City of Grand Forks set to reduce carbon emission levels by 2020

Grand Forks city staff have been working with the Carbon Neutral Kootenays Project to reduce the corporate carbon footprint.

City staff have been working with the Carbon Neutral Kootenays Project to reduce the corporate carbon footprint in Grand Forks.

The initiative began in 2008 and aims to reduce emission levels by 2020 to the levels established in 2007.

When the project began, Grand Forks’ benchmark was 420 tonnes.

Based on figures from 2010, Greenhouse Gas (GHG) emissions now total around 330 tonnes.

“We are now down to 330 tonnes,” explained Lynne Burch, the city’s chief administrative officer. “In our sustainability plan, our goal is to reduce our carbon emissions by 30 per cent by 2030. We’re already down by 23 per cent, so we’ve done a huge bit since 2007.”

City staff and council representation met in a workshop in January with facilitators from the Carbon Neutral Kootenays Project to discuss other methods of emission reduction.

The ideas include the removal of the existing oil furnace at the Public Works Yard and replacing it with another source of heating.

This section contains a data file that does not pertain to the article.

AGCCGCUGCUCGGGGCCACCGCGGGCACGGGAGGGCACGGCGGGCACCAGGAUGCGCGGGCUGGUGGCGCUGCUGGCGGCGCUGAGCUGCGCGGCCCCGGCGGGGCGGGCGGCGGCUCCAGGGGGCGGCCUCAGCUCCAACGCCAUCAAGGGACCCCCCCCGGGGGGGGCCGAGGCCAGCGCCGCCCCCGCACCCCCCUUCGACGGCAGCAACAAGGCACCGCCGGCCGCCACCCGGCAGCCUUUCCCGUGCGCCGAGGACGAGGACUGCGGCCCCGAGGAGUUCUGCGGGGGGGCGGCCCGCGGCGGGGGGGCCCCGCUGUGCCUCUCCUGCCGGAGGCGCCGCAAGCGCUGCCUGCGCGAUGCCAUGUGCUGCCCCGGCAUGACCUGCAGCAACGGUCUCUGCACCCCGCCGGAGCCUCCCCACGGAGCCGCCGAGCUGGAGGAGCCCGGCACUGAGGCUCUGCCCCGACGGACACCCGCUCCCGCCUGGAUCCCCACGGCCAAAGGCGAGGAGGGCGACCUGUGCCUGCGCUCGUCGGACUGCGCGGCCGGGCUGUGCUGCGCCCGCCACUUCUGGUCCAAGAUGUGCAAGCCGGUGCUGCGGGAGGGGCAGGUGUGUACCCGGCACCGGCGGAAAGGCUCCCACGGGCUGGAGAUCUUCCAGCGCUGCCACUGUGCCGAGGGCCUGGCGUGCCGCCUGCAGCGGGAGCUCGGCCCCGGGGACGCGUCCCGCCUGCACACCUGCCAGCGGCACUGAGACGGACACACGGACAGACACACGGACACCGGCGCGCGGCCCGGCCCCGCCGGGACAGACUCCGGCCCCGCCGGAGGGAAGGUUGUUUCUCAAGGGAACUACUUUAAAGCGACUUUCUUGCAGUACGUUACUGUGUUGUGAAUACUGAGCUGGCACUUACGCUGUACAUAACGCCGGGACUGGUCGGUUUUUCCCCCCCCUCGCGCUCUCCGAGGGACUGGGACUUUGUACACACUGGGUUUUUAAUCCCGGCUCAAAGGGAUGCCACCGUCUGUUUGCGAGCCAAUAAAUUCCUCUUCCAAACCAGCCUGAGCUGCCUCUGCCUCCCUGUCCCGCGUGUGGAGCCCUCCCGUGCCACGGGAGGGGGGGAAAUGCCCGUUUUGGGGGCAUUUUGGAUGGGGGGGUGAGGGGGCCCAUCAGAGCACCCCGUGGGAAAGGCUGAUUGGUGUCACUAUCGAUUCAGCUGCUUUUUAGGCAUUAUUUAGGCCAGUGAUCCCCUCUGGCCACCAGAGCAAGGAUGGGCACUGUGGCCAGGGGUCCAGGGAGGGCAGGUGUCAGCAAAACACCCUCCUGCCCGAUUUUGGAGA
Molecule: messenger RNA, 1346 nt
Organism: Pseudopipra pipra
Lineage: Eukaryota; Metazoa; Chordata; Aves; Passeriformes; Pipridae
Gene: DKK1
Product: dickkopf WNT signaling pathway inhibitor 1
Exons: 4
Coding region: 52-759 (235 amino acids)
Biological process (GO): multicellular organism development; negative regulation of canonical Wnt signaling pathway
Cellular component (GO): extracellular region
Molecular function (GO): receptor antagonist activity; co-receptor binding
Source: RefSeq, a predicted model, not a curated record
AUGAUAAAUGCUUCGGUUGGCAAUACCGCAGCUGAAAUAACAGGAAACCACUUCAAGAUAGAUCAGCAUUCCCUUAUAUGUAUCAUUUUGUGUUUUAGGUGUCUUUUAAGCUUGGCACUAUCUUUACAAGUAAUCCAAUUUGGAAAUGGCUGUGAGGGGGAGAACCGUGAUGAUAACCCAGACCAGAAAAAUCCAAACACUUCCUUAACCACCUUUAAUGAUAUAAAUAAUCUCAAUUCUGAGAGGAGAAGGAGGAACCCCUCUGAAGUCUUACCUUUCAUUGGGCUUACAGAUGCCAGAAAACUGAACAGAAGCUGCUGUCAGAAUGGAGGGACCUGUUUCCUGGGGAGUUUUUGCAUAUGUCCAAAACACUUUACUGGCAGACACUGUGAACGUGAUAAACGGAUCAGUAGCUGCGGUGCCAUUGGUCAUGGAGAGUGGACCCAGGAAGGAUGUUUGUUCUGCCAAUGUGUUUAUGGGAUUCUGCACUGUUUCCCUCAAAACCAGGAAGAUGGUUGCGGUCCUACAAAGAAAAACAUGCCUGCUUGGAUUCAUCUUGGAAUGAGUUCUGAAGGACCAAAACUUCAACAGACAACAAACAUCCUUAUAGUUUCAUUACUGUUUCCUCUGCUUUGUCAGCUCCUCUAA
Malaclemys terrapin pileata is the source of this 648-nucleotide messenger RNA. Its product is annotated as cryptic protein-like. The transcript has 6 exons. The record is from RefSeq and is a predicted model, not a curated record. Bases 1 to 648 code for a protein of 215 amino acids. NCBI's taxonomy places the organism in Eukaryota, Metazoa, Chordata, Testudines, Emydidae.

Patricia Dehnel, community energy planner for Carbon Neutral Kootenays Project, pointed out that Grand Forks is doing really well.

“We were able to go into 19 of the local governments in our area and provide one-on-one carbon neutral planning workshops,” she said.

“One thing that Grand Forks is doing really well is that of the 19 governments we’ve facilitated, Grand Forks is the third to take action to the council.”

Dehnel stated that some changes Grand Forks has done include a monitoring program for fleet fuel consumption.

“That way they can really see how each vehicle in their fleet is performing,” she explained. “If it’s consuming more fuel than usual to maintain the vehicle, it can be addressed. Of course, this saves the corporation money and GHG emissions.”

Along with the monitoring program, Grand Forks has plans to conduct an energy audit on its existing facilities, including the wastewater treatment plan energy assessment.

This will determine how much energy the wastewater energy plan is using and different methods to reduce energy consumption.

“The great thing about reducing energy consumption is then you’re saving money, you’re not so dependent on energy and the price fluctuations,” stated Dehnel. “We’re about to have an energy increase in price, so the more efficient you can make the corporation, the better off you are.”

She added she was inspired by what Grand Forks and the rest of the Kootenay communities have done.

There are 35 local governments and First Nations that are working with in the Carbon Neutral Kootenays project.

The project is being funded by the three Kootenay regional districts and plus Columbia Basin Trust.

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